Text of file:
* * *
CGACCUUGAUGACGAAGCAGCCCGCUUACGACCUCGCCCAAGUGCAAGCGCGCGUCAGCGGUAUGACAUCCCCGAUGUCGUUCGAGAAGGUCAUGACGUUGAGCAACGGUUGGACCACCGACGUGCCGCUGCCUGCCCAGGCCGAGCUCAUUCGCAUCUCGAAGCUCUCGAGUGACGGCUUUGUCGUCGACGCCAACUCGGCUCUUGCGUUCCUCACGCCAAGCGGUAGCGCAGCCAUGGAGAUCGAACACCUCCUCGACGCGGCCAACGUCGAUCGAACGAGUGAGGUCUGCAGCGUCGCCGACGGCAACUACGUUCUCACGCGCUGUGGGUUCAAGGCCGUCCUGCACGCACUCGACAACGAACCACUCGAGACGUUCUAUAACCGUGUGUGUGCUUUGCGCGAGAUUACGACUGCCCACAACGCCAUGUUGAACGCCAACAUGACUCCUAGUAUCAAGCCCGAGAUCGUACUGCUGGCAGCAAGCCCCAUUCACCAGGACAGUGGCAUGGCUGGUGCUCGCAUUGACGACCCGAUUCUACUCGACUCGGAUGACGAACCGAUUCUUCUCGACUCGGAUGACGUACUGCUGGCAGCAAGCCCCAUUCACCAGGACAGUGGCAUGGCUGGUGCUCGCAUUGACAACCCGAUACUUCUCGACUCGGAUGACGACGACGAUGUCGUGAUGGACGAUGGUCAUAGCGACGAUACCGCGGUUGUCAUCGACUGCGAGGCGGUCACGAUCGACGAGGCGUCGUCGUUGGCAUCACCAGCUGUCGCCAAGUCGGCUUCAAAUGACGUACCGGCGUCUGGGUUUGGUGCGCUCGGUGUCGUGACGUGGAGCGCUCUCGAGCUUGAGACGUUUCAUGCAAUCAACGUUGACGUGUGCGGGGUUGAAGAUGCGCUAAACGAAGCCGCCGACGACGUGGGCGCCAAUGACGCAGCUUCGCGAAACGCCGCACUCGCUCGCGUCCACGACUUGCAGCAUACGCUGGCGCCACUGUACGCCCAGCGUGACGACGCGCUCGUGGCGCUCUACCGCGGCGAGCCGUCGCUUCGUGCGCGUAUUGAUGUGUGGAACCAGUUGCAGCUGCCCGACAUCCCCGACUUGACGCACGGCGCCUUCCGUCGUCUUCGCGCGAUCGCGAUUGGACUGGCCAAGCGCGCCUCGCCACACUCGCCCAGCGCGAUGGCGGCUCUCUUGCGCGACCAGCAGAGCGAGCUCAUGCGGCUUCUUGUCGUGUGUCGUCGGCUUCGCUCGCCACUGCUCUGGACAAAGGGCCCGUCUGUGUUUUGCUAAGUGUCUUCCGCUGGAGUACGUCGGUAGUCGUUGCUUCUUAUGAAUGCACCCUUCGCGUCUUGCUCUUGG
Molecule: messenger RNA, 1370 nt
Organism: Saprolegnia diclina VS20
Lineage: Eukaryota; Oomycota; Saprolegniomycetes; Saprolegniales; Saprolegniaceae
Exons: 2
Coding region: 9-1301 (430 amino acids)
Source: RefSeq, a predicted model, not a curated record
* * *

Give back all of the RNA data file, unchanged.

CGACCUUGAUGACGAAGCAGCCCGCUUACGACCUCGCCCAAGUGCAAGCGCGCGUCAGCGGUAUGACAUCCCCGAUGUCGUUCGAGAAGGUCAUGACGUUGAGCAACGGUUGGACCACCGACGUGCCGCUGCCUGCCCAGGCCGAGCUCAUUCGCAUCUCGAAGCUCUCGAGUGACGGCUUUGUCGUCGACGCCAACUCGGCUCUUGCGUUCCUCACGCCAAGCGGUAGCGCAGCCAUGGAGAUCGAACACCUCCUCGACGCGGCCAACGUCGAUCGAACGAGUGAGGUCUGCAGCGUCGCCGACGGCAACUACGUUCUCACGCGCUGUGGGUUCAAGGCCGUCCUGCACGCACUCGACAACGAACCACUCGAGACGUUCUAUAACCGUGUGUGUGCUUUGCGCGAGAUUACGACUGCCCACAACGCCAUGUUGAACGCCAACAUGACUCCUAGUAUCAAGCCCGAGAUCGUACUGCUGGCAGCAAGCCCCAUUCACCAGGACAGUGGCAUGGCUGGUGCUCGCAUUGACGACCCGAUUCUACUCGACUCGGAUGACGAACCGAUUCUUCUCGACUCGGAUGACGUACUGCUGGCAGCAAGCCCCAUUCACCAGGACAGUGGCAUGGCUGGUGCUCGCAUUGACAACCCGAUACUUCUCGACUCGGAUGACGACGACGAUGUCGUGAUGGACGAUGGUCAUAGCGACGAUACCGCGGUUGUCAUCGACUGCGAGGCGGUCACGAUCGACGAGGCGUCGUCGUUGGCAUCACCAGCUGUCGCCAAGUCGGCUUCAAAUGACGUACCGGCGUCUGGGUUUGGUGCGCUCGGUGUCGUGACGUGGAGCGCUCUCGAGCUUGAGACGUUUCAUGCAAUCAACGUUGACGUGUGCGGGGUUGAAGAUGCGCUAAACGAAGCCGCCGACGACGUGGGCGCCAAUGACGCAGCUUCGCGAAACGCCGCACUCGCUCGCGUCCACGACUUGCAGCAUACGCUGGCGCCACUGUACGCCCAGCGUGACGACGCGCUCGUGGCGCUCUACCGCGGCGAGCCGUCGCUUCGUGCGCGUAUUGAUGUGUGGAACCAGUUGCAGCUGCCCGACAUCCCCGACUUGACGCACGGCGCCUUCCGUCGUCUUCGCGCGAUCGCGAUUGGACUGGCCAAGCGCGCCUCGCCACACUCGCCCAGCGCGAUGGCGGCUCUCUUGCGCGACCAGCAGAGCGAGCUCAUGCGGCUUCUUGUCGUGUGUCGUCGGCUUCGCUCGCCACUGCUCUGGACAAAGGGCCCGUCUGUGUUUUGCUAAGUGUCUUCCGCUGGAGUACGUCGGUAGUCGUUGCUUCUUAUGAAUGCACCCUUCGCGUCUUGCUCUUGG
Molecule: messenger RNA, 1370 nt
Organism: Saprolegnia diclina VS20
Lineage: Eukaryota; Oomycota; Saprolegniomycetes; Saprolegniales; Saprolegniaceae
Exons: 2
Coding region: 9-1301 (430 amino acids)
Source: RefSeq, a predicted model, not a curated record